"I just don't get it, why don't they just use that ship they use on that show you watch, Star Trek"?

And yes, she was dead serious.

You simply can't argue with logic like that.

BUT, it makes me wonder what else the low information voters really believe.



posted on Jul, 9 2014 @ 01:14 PM
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I think he just doesn't want anyone eclipsing his fame here on Earth. A human who walked on Mars would be a lot cooler than any of the Apollo guys!



posted on Jul, 9 2014 @ 01:50 PM
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a reply to: matadoor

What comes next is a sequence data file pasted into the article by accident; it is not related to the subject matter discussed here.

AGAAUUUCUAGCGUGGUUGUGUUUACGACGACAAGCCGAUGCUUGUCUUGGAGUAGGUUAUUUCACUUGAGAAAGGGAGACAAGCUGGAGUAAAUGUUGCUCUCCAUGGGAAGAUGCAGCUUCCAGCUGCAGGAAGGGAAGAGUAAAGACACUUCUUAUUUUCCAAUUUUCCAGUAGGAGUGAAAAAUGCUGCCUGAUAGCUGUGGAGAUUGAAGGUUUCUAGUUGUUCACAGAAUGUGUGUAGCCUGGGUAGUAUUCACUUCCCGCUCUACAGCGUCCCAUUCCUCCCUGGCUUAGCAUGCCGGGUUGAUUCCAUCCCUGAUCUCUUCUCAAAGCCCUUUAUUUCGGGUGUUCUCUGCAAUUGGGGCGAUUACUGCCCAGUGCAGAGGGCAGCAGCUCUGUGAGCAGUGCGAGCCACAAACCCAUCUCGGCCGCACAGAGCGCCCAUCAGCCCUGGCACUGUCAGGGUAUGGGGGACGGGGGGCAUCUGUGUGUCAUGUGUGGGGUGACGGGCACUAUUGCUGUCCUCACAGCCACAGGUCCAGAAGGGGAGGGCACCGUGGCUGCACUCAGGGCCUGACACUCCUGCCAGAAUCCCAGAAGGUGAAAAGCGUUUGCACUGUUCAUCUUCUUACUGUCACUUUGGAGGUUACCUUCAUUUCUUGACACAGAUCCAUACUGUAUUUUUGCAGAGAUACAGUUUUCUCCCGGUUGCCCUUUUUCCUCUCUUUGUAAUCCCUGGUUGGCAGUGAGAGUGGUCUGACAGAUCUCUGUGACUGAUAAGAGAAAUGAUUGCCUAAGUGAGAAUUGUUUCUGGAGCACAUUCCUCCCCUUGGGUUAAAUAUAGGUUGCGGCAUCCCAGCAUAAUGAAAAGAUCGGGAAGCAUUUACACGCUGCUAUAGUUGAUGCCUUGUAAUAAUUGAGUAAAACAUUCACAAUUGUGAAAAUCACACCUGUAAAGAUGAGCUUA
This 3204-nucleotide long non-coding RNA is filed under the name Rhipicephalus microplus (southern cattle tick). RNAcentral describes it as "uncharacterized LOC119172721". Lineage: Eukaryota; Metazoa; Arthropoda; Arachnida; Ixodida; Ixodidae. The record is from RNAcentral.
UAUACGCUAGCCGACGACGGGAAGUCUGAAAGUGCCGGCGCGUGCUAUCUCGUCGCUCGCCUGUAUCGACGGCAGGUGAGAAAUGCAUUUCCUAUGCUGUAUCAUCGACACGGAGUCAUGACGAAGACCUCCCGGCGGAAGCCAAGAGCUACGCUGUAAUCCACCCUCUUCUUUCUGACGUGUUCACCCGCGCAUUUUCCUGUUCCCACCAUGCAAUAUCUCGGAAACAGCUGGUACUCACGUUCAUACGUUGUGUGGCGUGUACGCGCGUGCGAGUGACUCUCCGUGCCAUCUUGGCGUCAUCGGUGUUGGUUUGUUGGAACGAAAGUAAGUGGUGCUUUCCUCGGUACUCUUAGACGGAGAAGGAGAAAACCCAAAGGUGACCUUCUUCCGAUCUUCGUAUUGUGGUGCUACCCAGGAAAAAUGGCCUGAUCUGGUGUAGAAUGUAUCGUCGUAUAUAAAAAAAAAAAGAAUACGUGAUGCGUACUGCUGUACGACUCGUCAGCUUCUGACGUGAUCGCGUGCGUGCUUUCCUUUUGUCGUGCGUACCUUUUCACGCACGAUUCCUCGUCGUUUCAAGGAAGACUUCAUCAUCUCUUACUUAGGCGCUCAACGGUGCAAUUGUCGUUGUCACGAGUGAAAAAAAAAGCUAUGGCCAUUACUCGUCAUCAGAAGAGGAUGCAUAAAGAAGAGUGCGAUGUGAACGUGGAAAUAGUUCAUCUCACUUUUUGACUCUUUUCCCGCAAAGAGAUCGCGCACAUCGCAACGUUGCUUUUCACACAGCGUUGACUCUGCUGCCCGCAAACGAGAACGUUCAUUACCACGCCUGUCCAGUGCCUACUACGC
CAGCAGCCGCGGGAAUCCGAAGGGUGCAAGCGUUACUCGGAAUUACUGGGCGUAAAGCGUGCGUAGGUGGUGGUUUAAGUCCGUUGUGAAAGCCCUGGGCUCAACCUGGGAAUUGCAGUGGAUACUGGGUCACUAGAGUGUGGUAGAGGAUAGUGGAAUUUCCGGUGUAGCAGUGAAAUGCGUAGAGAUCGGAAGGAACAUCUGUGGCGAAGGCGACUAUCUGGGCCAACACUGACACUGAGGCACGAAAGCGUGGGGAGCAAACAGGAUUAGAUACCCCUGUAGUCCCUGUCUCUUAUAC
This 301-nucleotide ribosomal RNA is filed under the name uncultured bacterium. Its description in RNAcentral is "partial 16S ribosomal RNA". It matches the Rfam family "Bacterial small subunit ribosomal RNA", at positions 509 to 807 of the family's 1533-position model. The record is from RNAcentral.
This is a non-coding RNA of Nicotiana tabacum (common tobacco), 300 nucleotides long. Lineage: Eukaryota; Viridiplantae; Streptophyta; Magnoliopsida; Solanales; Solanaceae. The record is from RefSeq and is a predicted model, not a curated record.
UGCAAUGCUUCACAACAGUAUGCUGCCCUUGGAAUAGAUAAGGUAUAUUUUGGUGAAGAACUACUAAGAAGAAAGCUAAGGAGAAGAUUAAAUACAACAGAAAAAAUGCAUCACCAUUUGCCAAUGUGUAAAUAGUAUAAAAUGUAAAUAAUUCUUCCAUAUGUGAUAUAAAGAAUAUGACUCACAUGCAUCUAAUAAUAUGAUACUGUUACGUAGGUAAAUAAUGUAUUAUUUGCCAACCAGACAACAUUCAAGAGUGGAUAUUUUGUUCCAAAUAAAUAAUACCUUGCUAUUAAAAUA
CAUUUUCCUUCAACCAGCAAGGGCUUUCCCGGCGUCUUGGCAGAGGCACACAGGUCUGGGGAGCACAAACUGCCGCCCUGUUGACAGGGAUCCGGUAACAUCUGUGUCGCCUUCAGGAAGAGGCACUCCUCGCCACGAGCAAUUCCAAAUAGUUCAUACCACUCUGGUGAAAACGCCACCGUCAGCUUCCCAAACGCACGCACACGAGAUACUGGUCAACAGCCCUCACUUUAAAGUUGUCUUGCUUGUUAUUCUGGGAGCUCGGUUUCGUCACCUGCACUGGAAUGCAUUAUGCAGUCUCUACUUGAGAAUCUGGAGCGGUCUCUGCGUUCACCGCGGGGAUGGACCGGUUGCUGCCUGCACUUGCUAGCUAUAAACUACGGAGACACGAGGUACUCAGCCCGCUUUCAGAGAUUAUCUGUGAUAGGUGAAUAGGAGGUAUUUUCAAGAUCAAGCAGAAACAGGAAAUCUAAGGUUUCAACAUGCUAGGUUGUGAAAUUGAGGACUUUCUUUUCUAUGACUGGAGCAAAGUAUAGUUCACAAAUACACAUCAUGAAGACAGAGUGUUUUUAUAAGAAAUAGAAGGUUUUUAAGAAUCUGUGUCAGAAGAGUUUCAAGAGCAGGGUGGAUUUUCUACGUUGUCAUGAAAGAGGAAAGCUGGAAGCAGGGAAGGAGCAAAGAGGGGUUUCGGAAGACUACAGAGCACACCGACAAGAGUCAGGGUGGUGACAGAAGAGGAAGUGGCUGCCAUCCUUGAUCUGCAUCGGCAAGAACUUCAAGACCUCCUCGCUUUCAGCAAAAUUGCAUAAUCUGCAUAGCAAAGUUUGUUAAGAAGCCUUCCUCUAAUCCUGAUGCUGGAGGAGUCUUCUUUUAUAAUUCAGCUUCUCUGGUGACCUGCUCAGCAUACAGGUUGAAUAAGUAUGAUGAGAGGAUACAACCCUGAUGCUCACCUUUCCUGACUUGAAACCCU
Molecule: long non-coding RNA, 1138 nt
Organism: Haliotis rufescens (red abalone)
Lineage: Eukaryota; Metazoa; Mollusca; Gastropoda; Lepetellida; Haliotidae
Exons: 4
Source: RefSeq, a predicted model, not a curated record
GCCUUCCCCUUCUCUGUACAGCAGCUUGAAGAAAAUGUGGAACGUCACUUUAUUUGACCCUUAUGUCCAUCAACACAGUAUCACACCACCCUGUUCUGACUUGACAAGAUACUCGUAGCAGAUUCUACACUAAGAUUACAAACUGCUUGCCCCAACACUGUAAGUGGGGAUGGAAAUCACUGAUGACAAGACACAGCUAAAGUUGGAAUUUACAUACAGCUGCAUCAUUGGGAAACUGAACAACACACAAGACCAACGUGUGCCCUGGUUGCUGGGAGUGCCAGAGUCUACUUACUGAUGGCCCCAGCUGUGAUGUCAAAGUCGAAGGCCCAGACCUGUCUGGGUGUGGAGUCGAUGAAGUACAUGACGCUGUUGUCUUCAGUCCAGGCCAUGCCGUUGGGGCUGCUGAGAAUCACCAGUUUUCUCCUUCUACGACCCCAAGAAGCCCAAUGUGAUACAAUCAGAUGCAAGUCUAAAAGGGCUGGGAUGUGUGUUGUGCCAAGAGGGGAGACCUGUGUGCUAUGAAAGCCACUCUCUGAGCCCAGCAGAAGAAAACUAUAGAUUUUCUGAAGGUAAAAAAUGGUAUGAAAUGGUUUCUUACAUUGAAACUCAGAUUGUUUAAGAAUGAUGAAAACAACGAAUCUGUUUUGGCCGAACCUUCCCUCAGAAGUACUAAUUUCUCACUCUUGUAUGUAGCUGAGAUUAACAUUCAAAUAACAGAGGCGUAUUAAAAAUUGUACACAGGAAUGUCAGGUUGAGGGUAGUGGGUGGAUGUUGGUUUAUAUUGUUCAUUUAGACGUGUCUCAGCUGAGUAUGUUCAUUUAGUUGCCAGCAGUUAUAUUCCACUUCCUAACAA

That is such a huge issue...the only answer would be to test people prior to voting and that will never fly. Ignorant voters are the saving grace of the corrupt and inept incumbent. Informed voters would not continue to vote into office the politicians we see today that are elected ad nauseum until they are virtual vegetables.

Charles Rangel and Chuck Schumer come to mind immediately.



posted on Jul, 9 2014 @ 02:25 PM
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originally posted by: wildespace
I think he just doesn't want anyone eclipsing his fame here on Earth. A human who walked on Mars would be a lot cooler than any of the Apollo guys!
Aldrin is just like Mars he we'll .....ROCKS !
edit on 9-7-2014 by Denoli because: (no reason given)



posted on Jul, 9 2014 @ 03:21 PM
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a reply to: Denoli